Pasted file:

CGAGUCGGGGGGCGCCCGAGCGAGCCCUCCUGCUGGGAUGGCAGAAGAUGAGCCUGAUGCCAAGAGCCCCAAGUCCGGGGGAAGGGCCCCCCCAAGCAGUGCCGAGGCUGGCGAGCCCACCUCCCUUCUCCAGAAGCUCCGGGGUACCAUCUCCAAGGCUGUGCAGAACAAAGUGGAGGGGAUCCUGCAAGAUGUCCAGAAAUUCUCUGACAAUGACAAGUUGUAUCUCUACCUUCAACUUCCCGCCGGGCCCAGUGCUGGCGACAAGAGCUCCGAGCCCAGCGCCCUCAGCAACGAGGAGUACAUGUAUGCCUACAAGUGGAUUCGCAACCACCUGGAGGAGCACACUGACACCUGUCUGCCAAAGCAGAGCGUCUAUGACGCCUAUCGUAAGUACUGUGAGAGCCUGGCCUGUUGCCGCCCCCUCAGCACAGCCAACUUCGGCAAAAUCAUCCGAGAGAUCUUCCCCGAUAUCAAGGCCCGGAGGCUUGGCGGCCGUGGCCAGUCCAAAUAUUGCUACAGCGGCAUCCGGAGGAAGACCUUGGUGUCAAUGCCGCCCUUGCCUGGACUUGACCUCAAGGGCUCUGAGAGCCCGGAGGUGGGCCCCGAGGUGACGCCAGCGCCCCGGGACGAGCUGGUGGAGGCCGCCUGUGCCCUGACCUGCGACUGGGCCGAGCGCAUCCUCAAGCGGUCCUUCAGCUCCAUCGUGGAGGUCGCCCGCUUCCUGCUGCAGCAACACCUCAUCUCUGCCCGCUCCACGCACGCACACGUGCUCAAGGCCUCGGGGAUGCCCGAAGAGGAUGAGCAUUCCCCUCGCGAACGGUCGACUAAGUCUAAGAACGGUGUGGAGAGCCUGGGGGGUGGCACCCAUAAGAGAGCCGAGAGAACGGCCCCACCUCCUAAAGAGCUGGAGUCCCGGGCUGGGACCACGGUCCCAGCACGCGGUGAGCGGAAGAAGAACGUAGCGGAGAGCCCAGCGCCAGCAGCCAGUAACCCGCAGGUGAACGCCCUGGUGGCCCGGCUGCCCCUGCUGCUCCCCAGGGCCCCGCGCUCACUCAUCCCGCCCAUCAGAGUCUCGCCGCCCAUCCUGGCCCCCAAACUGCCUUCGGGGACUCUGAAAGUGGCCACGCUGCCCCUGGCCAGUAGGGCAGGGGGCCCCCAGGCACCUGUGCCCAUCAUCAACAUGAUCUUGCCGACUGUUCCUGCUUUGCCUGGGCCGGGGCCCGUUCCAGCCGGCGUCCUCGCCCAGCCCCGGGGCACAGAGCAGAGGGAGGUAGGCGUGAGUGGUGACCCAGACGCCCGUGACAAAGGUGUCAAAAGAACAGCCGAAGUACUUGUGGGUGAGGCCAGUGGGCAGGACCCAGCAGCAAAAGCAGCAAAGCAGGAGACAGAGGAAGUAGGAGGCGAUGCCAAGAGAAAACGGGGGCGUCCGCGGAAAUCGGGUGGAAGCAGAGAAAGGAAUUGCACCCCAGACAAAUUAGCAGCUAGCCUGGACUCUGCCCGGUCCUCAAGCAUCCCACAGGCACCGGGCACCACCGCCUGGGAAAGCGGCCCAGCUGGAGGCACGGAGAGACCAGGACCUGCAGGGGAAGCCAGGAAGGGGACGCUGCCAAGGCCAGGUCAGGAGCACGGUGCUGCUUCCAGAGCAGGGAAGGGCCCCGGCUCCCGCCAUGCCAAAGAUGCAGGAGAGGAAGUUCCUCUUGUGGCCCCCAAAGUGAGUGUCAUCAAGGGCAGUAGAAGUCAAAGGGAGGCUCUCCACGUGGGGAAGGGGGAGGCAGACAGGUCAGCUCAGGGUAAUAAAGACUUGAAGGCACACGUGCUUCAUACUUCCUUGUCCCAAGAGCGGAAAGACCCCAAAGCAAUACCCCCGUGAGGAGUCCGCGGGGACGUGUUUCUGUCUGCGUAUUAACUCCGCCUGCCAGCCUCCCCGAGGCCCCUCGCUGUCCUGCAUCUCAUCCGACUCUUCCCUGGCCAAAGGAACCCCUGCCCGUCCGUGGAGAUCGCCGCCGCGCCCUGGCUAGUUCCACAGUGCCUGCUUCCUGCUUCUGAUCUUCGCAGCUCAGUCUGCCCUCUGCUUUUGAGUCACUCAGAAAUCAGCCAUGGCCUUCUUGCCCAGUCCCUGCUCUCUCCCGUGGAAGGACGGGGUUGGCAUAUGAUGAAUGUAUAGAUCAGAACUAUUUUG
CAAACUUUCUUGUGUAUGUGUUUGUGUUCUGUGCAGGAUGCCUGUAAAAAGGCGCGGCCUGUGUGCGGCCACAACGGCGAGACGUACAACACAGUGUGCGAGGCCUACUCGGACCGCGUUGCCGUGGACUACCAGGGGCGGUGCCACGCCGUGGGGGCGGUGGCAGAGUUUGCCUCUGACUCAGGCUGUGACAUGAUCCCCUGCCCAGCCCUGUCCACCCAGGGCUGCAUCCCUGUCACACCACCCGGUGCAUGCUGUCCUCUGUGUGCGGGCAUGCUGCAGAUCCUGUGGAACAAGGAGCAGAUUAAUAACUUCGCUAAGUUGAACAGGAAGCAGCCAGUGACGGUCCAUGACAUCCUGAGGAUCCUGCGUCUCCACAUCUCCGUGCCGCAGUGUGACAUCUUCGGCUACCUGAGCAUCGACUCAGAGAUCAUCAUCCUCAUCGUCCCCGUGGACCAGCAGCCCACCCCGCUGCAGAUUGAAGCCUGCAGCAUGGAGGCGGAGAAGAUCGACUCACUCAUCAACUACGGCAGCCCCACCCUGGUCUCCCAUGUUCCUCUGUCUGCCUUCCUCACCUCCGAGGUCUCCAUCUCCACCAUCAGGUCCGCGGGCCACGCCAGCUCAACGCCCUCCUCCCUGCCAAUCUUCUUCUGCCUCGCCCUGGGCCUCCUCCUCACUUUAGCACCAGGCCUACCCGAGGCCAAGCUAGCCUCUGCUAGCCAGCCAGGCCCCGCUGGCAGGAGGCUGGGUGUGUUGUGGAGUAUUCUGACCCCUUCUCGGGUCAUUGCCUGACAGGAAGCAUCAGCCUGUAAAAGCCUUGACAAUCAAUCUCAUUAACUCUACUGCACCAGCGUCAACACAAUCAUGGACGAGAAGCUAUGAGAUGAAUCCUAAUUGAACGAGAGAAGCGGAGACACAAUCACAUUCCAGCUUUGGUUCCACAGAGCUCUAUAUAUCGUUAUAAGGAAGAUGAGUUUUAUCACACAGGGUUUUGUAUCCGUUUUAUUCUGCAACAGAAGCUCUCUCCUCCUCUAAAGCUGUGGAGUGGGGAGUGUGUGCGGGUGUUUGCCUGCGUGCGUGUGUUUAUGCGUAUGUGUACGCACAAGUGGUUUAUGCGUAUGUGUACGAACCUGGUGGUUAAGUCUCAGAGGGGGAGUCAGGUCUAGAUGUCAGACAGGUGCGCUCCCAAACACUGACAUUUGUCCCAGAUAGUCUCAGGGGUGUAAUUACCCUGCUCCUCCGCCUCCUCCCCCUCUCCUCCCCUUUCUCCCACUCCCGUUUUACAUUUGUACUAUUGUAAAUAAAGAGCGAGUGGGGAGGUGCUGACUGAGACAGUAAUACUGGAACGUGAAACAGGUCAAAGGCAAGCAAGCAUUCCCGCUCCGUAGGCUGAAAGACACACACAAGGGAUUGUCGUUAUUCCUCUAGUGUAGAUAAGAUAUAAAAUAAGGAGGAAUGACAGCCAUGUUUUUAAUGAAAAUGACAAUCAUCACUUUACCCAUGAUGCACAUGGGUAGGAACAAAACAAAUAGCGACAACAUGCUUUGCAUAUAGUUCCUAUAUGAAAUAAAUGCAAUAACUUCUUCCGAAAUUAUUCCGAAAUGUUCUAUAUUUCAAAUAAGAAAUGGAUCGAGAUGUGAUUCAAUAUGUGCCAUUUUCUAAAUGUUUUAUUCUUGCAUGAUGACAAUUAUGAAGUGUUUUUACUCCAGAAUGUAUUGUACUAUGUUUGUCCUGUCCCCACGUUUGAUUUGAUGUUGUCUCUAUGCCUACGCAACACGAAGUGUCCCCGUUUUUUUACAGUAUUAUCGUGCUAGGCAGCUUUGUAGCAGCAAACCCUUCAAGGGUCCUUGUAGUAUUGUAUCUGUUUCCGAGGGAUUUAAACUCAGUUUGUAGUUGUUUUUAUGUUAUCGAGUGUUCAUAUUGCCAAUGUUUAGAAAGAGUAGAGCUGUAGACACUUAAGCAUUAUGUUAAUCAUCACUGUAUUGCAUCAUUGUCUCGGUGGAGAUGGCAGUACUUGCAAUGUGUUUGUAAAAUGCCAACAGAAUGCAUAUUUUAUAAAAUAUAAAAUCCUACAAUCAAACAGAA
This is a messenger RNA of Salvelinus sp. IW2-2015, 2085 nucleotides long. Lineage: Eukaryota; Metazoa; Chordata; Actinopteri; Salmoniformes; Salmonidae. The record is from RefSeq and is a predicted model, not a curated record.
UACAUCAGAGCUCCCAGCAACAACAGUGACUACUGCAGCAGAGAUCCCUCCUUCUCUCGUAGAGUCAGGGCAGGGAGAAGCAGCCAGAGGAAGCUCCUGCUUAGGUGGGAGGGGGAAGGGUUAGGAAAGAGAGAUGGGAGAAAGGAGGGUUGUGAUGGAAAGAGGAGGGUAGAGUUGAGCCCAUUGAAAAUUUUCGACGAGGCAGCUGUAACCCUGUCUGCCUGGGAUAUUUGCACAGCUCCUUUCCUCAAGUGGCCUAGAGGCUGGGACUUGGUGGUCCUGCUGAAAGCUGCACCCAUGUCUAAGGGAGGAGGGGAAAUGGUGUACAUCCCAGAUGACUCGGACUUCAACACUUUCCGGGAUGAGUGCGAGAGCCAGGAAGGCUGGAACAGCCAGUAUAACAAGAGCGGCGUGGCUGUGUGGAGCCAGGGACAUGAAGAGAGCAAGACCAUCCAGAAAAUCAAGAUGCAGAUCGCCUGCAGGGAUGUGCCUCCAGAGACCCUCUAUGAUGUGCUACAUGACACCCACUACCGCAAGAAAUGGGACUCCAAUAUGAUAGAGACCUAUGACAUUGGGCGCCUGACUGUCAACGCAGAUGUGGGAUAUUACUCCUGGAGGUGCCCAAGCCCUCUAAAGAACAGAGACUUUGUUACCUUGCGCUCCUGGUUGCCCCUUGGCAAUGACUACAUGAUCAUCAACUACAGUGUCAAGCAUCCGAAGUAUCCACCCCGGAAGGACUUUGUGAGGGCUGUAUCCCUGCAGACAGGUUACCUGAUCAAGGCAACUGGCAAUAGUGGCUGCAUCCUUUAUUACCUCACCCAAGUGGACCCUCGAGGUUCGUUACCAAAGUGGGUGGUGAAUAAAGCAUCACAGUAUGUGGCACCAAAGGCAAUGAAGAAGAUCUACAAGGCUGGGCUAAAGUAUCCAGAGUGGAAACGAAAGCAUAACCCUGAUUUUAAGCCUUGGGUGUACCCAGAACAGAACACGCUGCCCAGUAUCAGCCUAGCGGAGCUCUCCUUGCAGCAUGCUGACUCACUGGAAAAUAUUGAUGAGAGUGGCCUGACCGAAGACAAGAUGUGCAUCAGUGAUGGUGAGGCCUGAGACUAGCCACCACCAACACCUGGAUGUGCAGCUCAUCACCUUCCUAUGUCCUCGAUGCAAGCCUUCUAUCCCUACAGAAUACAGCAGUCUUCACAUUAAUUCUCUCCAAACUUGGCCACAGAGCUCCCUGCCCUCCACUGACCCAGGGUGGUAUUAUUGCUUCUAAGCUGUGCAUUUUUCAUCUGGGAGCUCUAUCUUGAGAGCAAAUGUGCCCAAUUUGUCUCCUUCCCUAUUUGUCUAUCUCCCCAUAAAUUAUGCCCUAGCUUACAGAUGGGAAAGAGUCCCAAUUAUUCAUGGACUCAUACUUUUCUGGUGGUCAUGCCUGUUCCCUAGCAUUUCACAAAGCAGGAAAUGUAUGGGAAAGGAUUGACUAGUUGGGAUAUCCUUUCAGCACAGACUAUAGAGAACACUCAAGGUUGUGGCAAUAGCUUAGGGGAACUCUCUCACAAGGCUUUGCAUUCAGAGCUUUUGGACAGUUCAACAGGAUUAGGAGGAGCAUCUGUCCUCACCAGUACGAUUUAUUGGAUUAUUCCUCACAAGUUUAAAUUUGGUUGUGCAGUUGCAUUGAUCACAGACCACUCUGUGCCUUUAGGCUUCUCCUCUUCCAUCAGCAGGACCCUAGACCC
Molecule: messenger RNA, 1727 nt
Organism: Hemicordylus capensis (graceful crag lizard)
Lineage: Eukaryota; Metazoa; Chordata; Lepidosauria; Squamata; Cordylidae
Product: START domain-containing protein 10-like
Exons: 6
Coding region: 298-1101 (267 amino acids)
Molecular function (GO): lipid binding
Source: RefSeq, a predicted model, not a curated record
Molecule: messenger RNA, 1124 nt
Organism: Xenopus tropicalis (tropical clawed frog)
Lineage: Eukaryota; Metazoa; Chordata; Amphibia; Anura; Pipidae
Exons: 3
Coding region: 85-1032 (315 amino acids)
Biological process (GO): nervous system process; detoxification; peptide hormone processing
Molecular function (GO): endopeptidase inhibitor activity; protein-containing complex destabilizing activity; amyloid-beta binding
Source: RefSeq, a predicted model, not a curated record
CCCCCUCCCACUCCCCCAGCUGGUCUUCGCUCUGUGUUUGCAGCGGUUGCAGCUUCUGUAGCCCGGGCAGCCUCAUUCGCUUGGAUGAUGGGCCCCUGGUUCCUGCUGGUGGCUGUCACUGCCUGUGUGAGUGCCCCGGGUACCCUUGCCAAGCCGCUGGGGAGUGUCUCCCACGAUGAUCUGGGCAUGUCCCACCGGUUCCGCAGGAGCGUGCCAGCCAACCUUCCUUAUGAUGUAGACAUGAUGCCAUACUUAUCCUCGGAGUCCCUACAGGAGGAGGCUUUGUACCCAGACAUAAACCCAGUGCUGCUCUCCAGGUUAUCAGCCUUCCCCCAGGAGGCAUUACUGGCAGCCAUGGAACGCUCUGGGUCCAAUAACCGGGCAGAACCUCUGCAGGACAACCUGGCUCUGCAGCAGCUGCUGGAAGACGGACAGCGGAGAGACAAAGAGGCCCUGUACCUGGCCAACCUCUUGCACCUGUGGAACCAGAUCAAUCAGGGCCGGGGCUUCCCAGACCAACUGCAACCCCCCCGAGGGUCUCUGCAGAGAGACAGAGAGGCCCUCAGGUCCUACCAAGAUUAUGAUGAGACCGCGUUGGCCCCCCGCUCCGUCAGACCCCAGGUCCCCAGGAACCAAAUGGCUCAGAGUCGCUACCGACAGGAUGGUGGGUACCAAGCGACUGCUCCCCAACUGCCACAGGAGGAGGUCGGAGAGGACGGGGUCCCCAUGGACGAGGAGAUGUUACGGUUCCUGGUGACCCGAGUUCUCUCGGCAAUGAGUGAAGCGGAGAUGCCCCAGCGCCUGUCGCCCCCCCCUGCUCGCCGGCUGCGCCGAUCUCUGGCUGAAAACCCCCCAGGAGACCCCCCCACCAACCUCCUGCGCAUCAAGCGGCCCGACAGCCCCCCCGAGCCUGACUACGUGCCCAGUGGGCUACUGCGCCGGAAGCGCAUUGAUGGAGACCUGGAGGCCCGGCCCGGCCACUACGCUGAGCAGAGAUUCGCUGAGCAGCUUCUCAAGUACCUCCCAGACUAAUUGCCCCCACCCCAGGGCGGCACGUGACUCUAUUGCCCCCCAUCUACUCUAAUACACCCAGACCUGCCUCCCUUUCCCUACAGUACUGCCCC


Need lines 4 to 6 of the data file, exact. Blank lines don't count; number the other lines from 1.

UACAUCAGAGCUCCCAGCAACAACAGUGACUACUGCAGCAGAGAUCCCUCCUUCUCUCGUAGAGUCAGGGCAGGGAGAAGCAGCCAGAGGAAGCUCCUGCUUAGGUGGGAGGGGGAAGGGUUAGGAAAGAGAGAUGGGAGAAAGGAGGGUUGUGAUGGAAAGAGGAGGGUAGAGUUGAGCCCAUUGAAAAUUUUCGACGAGGCAGCUGUAACCCUGUCUGCCUGGGAUAUUUGCACAGCUCCUUUCCUCAAGUGGCCUAGAGGCUGGGACUUGGUGGUCCUGCUGAAAGCUGCACCCAUGUCUAAGGGAGGAGGGGAAAUGGUGUACAUCCCAGAUGACUCGGACUUCAACACUUUCCGGGAUGAGUGCGAGAGCCAGGAAGGCUGGAACAGCCAGUAUAACAAGAGCGGCGUGGCUGUGUGGAGCCAGGGACAUGAAGAGAGCAAGACCAUCCAGAAAAUCAAGAUGCAGAUCGCCUGCAGGGAUGUGCCUCCAGAGACCCUCUAUGAUGUGCUACAUGACACCCACUACCGCAAGAAAUGGGACUCCAAUAUGAUAGAGACCUAUGACAUUGGGCGCCUGACUGUCAACGCAGAUGUGGGAUAUUACUCCUGGAGGUGCCCAAGCCCUCUAAAGAACAGAGACUUUGUUACCUUGCGCUCCUGGUUGCCCCUUGGCAAUGACUACAUGAUCAUCAACUACAGUGUCAAGCAUCCGAAGUAUCCACCCCGGAAGGACUUUGUGAGGGCUGUAUCCCUGCAGACAGGUUACCUGAUCAAGGCAACUGGCAAUAGUGGCUGCAUCCUUUAUUACCUCACCCAAGUGGACCCUCGAGGUUCGUUACCAAAGUGGGUGGUGAAUAAAGCAUCACAGUAUGUGGCACCAAAGGCAAUGAAGAAGAUCUACAAGGCUGGGCUAAAGUAUCCAGAGUGGAAACGAAAGCAUAACCCUGAUUUUAAGCCUUGGGUGUACCCAGAACAGAACACGCUGCCCAGUAUCAGCCUAGCGGAGCUCUCCUUGCAGCAUGCUGACUCACUGGAAAAUAUUGAUGAGAGUGGCCUGACCGAAGACAAGAUGUGCAUCAGUGAUGGUGAGGCCUGAGACUAGCCACCACCAACACCUGGAUGUGCAGCUCAUCACCUUCCUAUGUCCUCGAUGCAAGCCUUCUAUCCCUACAGAAUACAGCAGUCUUCACAUUAAUUCUCUCCAAACUUGGCCACAGAGCUCCCUGCCCUCCACUGACCCAGGGUGGUAUUAUUGCUUCUAAGCUGUGCAUUUUUCAUCUGGGAGCUCUAUCUUGAGAGCAAAUGUGCCCAAUUUGUCUCCUUCCCUAUUUGUCUAUCUCCCCAUAAAUUAUGCCCUAGCUUACAGAUGGGAAAGAGUCCCAAUUAUUCAUGGACUCAUACUUUUCUGGUGGUCAUGCCUGUUCCCUAGCAUUUCACAAAGCAGGAAAUGUAUGGGAAAGGAUUGACUAGUUGGGAUAUCCUUUCAGCACAGACUAUAGAGAACACUCAAGGUUGUGGCAAUAGCUUAGGGGAACUCUCUCACAAGGCUUUGCAUUCAGAGCUUUUGGACAGUUCAACAGGAUUAGGAGGAGCAUCUGUCCUCACCAGUACGAUUUAUUGGAUUAUUCCUCACAAGUUUAAAUUUGGUUGUGCAGUUGCAUUGAUCACAGACCACUCUGUGCCUUUAGGCUUCUCCUCUUCCAUCAGCAGGACCCUAGACCC
Molecule: messenger RNA, 1727 nt
Organism: Hemicordylus capensis (graceful crag lizard)